Anyone Other Than Me

blue_sky.jpg

In my last article for Don't Burn The Pig, I talked about certain synchronistic events related to Dave Matthews Band. As I was pondering what to write about this week, I got the distinct feeling that I was not finished with that topic. I started to think about synchronicity and how it affects the creative process. Like many true fans, I am ever curious about Dave's tricks of the trade. How does he decide what to write about? Does he have certain rituals that he relies on for inspiration? Are there things that have spontaneously happened in his life, which ended up being the basis for some of our favorite tracks?

Sadly, I don't have access to Dave to ask him these questions. All I have are his works, the finished product of his visionary genius. But as any honest artist knows, what we end up with rarely resembles anything like where we started. Unless we hear it from Dave himself, it's a verifiable guessing game to listen to one of his tunes hoping to discern the emotions and events that went into the mix. Sometimes, though, his words bring up feelings that we can all relate to, like in the beginning of “Dancing Nancies,” where he wonders, “Could I have been anyone other than me?” Who hasn't wondered what other course their lives may have taken had they chosen a different path? This morning, as I was thinking about that very lyric, synchronicity played her part in making this an interesting story to tell.

So here's what happened. I was walking with my daughter Stella, (of course), in her stroller, and reflecting on the implications of being a parking lot attendant or a millionaire in Bel Air, when a neighbor stopped his car to say hello. He was very friendly and asked how the baby was doing. I noticed that he seemed to recognize me while I had no idea who he was. Chalking this up to my less than perfect memory, I kept up my end of the conversation. Just before he drove away he said, “Hi Sophie!” to the stroller, at which point I realized that he was confusing me with another new mom in the area. First, I was thrilled to be mistaken for Jill, who is quite slender! But also, I was struck by the pronounced synchronicity of this occurrence. As I said last week, it's not that one event caused the other. But isn't it interesting when something inside of you coincides with an outside matter? It's just more evidence that we are all connected at a level invisible to the human eye.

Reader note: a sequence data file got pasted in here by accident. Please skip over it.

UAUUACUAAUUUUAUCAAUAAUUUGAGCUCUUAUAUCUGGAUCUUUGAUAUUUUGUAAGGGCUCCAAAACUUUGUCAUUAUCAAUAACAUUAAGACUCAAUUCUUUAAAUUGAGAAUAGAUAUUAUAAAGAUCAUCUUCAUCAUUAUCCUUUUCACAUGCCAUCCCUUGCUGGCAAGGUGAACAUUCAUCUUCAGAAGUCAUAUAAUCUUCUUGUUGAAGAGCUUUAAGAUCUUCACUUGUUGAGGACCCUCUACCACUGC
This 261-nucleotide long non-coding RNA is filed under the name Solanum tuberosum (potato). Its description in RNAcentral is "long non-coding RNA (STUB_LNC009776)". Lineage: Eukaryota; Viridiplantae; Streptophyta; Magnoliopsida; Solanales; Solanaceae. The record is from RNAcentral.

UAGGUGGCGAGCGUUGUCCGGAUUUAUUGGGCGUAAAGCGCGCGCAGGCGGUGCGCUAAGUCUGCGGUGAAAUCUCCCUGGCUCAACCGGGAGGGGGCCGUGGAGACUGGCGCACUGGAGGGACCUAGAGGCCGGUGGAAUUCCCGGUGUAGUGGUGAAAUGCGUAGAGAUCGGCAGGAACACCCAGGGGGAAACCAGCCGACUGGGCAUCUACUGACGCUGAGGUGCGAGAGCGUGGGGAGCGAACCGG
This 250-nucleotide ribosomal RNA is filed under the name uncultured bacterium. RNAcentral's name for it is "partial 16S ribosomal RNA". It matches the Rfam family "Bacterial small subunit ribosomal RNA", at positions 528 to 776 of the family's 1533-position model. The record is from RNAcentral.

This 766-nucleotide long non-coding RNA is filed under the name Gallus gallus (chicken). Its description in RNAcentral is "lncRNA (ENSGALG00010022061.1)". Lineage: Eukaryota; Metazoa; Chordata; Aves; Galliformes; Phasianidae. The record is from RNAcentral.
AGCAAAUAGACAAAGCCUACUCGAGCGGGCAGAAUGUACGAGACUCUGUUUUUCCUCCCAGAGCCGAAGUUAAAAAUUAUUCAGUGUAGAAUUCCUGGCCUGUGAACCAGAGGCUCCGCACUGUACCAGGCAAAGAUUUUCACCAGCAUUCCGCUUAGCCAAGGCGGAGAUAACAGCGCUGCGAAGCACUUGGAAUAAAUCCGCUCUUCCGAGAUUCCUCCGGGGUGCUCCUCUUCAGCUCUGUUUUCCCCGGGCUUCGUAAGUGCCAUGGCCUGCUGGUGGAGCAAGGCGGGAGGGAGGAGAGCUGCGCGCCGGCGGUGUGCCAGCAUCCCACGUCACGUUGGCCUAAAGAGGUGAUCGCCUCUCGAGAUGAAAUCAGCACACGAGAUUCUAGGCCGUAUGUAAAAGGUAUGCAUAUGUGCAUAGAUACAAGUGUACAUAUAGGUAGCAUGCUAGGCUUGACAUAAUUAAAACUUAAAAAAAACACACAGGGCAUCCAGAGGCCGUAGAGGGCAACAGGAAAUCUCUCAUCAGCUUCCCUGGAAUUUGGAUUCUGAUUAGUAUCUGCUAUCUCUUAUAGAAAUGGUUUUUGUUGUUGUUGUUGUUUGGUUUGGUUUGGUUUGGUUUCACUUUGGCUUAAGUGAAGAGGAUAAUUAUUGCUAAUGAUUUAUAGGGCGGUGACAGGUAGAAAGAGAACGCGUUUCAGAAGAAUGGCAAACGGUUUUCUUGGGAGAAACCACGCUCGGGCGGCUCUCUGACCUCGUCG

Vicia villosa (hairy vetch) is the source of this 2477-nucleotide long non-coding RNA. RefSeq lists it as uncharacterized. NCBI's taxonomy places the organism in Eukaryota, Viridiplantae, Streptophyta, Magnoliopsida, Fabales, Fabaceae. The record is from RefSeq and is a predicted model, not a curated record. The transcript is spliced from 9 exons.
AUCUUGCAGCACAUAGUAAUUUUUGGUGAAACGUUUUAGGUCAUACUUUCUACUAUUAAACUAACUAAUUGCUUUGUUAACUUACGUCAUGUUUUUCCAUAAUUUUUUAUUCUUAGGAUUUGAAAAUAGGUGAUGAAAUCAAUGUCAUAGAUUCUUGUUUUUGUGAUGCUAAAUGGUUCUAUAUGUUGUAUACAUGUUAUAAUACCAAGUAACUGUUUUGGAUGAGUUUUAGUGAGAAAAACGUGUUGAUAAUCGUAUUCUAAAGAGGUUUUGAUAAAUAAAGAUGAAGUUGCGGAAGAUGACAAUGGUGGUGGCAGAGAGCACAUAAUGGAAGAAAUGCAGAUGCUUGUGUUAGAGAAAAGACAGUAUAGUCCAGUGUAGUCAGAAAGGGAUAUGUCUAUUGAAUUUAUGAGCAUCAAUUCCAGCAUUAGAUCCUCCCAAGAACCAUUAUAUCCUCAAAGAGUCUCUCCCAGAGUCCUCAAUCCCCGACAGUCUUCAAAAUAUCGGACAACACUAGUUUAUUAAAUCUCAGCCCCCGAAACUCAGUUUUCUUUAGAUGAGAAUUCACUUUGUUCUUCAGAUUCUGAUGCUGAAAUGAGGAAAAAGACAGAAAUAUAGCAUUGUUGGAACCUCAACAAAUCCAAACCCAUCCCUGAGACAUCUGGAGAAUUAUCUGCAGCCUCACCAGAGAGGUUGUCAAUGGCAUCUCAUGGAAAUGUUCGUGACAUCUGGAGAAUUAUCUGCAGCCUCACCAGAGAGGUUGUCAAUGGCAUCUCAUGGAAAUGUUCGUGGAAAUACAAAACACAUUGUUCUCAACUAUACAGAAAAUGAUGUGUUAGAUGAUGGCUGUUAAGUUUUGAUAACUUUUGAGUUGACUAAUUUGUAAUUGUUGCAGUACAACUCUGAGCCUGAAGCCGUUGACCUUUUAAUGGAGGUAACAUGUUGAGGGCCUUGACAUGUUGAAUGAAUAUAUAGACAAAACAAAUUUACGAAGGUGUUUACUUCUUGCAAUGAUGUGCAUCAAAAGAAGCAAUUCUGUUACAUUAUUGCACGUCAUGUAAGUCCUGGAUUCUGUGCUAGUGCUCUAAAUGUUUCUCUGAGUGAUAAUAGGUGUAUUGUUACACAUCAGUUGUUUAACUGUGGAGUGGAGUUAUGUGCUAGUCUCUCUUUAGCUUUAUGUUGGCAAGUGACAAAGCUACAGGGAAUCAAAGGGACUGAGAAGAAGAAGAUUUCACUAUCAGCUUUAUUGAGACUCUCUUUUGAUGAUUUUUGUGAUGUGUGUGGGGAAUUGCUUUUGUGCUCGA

I've often wondered why we wake up with particular songs in our heads. Does being in a certain mood lead us to hear these melodies, or is it the other way around? Now I'll also consider which meaningful coincidences happen during the rest of the day. I don't expect any life changing events to occur because of which Live Trax I choose to listen to, but wouldn't it be cool to consider that somehow the music is helping to connect us to the outside world? Go ahead. Look up at the sky, with your mouth, and hopefully your mind, open wide.

Hayley Bauman, Psy.D.

Author of Serendipity and the Search for True Self